It’s not only politics. The Meta Fallacy is used everywhere and all the time. We want to believe. We hate contrary evidence. All of us.

The Meta Fallacy is a mental tic built into us and which is ineradicable except in rare moments of clarity or spiritual insight. Desire trumps rationality almost always. Showing a man he argues fallaciously is never enough to eliminate his belief. For one, the Meta Fallacy works against truth, and for another, even though a fallacy has been exposed and accepted, and the Meta Fallacy avoided, it will regularly be claimed that other, non-fallacious arguments for the desired conclusion exist, even though these arguments always appear to have just left the room. We are believing machines.

This book, therefore, is doomed to fail. Yet we press on.

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Categories: Culture, Philosophy

17 replies »

  1. Theres a related bit in conspiracy circles – never believe anything until its officialy denied. The difficult but is that the gaslighting powers that be lie so much that offical denial in a strange way does confer some sort of idea that “the official story is the one thing thats not true”.

  2. ”…a shelf life shorter than sushi…”

    Fine metaphor. If original, gold star; if borrowed, silver.

    ”This book, therefore, is doomed to fail. Yet we press on.”

    Doomed to fail, only in that a man does not have the power to eradicate lies and nonsense in society-at-large. He does have the power to eradicate, or at lease put a dent in, lies and nonsense in his own mind. And to assist others in doing same. In that the book succeeds. May it have a shelf life longer than linguine.

  3. This reminds me of the headlines I saw over the weekend about the new leader of Italy, universally called “far-right” and, everyone said, probably a Fascist. I know nothing about her or Italian politics. However, I know that nearly ALL European politics is “left” (by our reckoning), so what is generally called “right” in Europe is just the right end of left. Given that knowledge, I was naturally skeptical of how “far right” this woman could be — is it even plausible that people in Italy would elect a literal Fascist? Digging only a little deeper, I saw that the name of the party was associated withe Mussolini nearly 100 years ago. So there’s one fact. And I saw that she said a lot of things about family and God, and against unfettered Muslim immigration, so there are some other facts.

    There may be a lot more than that–I’m NOT saying there isn’t–but nothing I read was based on anything more than that. Now this may get you a passing grade in Common Core composition, which seems to be based solely on regurgitating what you read regardless of whether or not what you read is true, but it is pretty crappy reporting. Based on what I have read, I have and can have no idea whether she’s far right or (in American terms) centrist. All I can say for certain is that she’s not left. But “not left” isn’t same as “far right Fascist,” even if you are SURE she MUST have said Fascist and “far right” things or no one would call her that.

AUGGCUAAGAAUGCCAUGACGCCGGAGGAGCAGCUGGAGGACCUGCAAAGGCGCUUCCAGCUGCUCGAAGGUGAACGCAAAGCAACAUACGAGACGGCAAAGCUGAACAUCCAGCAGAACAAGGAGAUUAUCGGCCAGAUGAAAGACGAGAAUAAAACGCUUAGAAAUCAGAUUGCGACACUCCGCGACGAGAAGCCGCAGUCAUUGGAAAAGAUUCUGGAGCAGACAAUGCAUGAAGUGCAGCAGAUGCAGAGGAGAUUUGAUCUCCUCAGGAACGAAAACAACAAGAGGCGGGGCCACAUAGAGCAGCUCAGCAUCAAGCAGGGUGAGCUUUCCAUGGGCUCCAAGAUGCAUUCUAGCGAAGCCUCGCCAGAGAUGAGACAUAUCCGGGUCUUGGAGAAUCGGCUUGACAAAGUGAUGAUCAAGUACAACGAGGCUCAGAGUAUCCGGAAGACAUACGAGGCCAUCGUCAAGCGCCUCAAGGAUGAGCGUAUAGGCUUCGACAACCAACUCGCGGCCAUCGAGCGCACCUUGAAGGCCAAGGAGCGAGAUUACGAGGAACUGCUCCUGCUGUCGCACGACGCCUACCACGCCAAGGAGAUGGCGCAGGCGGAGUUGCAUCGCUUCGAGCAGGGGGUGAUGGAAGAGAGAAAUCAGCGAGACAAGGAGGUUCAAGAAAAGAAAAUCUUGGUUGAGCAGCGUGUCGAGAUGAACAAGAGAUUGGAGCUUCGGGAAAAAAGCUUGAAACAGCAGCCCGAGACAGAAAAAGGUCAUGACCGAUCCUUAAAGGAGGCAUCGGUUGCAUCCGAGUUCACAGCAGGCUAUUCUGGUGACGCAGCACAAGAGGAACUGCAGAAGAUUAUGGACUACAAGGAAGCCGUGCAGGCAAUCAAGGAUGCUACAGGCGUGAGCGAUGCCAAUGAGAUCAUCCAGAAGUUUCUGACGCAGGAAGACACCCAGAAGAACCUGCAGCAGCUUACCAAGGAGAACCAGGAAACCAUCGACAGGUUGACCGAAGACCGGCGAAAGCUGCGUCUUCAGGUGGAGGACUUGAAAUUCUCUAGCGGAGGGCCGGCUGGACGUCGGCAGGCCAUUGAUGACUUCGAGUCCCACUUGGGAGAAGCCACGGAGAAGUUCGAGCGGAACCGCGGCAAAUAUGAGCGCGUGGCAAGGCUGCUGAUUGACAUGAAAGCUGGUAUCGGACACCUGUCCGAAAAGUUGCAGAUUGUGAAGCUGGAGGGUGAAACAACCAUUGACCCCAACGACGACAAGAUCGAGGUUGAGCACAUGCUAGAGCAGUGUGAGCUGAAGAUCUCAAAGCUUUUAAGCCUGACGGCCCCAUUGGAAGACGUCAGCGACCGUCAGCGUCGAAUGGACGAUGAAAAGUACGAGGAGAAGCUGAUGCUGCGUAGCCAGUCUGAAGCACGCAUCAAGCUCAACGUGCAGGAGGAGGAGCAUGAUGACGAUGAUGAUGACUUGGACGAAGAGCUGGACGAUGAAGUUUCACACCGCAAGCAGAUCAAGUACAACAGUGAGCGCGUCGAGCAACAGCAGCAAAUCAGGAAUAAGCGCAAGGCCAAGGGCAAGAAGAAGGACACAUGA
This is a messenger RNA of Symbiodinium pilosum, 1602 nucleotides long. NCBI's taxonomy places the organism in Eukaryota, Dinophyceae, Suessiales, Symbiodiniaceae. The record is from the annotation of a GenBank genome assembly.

4. I’ve always called this the “where there is smoke there must be fire” fallacy. The problem is that sometimes the smoke is real….but the root cause proposition may not be.
    So in the case of Pastor Mark Driscoll it was true – he really was and remains a complete scoundrel.

    As Gail pointed out – the same applies to Georgia Meloni in Italy.
    Or Robert Bork.
    Or Clarence Thomas.

    But the most egregious has been Trump. Never seen anything on that level of utter devotion by my liberals friends to that narrative. So much mud was slung at him it convinced them there MUST, there just HAD to be something that would stick.

  5. Exactly right. Men do not live by bread alone. Faith underlies our lives. Faith is certain knowledge of that which we can’t know any other way. The catch is, what do we put our faith in, God or Satan. Don’t put your faith in Satan, or fallen man, either.

  6. One way I look at these things is to visualize a Venn diagram. The box is all conditions, and its size is relative knowledge of them. Inside the box are two circles. One circle is all necessary and sufficient conditions. The other circle is the actual conditions, including place and time conditions. Their size is relative knowledge of them, too. Are the two circles completely disjointed, partially disjointed, or concentric. Even though I’m still a man and limited in time, place, and knowledge; I strive to conform to reality, whether I like it or not.

  7. More like, “Your mom’s a fallacy!”

    A classic rhetorical strategy for when you’re up against a wall during an intellectual debate.

    Works every time. It must! How else do you explain liberal atheist lefties resorting to it so often?

  8. You’ve always got me on the hook, then suddenly you bring in religion (Jesus, miracles) and the wrench hits the whirling spokes.

  9. Everything You Believe Is Wrong is a wonderful book! Bright, engaging, funny, instructive; it’s a delight to read — I’ve read it three times.

    It’s not a book for everybody. Some (most) people cannot or do not think logically and have no desire to do so. A dear friend of mine disdains people who “read books”. He’s a fool but a good friend nonetheless (I’m very tolerant in certain situations).

    Logic ought to be taught in every school at every grade. The concept and success of “education” requires logic in all disciplines. It’s necessary and not that difficult, but, alas, logic runs counter to the principal thrust of modern schooling — which is heavy on indoctrination of illogical garbage. We can’t have sheeple thinking for themselves; they might desheepilate.

    Get the book anyway. Leave copies in libraries and coffee shops. Be surreptitious about it. Infect others with logic. Maybe we’ll reach a tipping point, herd immunity to bogosity, or at least spawn a small cadre of logicians to carry on in secret after the Collapse.

  10. A standard meta-analysis takes a risk ratio and its CLs from individual papers and combines them to give an overall risk estimate with CLs. Consider the observational studies used in a meta-analysis. Virtually all observational studies are p-hacks (many p-values are computed and if there is a small p-value a paper can result). We’ve counted out many observational studies. The median number of possible analyses is ~10,000. So arguably every base study has no reliability, yet conventional wisdom is that the results of a meta-analysis are GOLD STANDARD science and hence reliable.

    There are 10s of thousands of meta-analysis studies. ~ half are based on observational studies. None of these are reliable. Even meta-analyses based on RCTs are problematic.

  11. Maybe it should be called the Horse Bleep Theory: There is so much Horse Bleep, there has to be a pony here somewhere.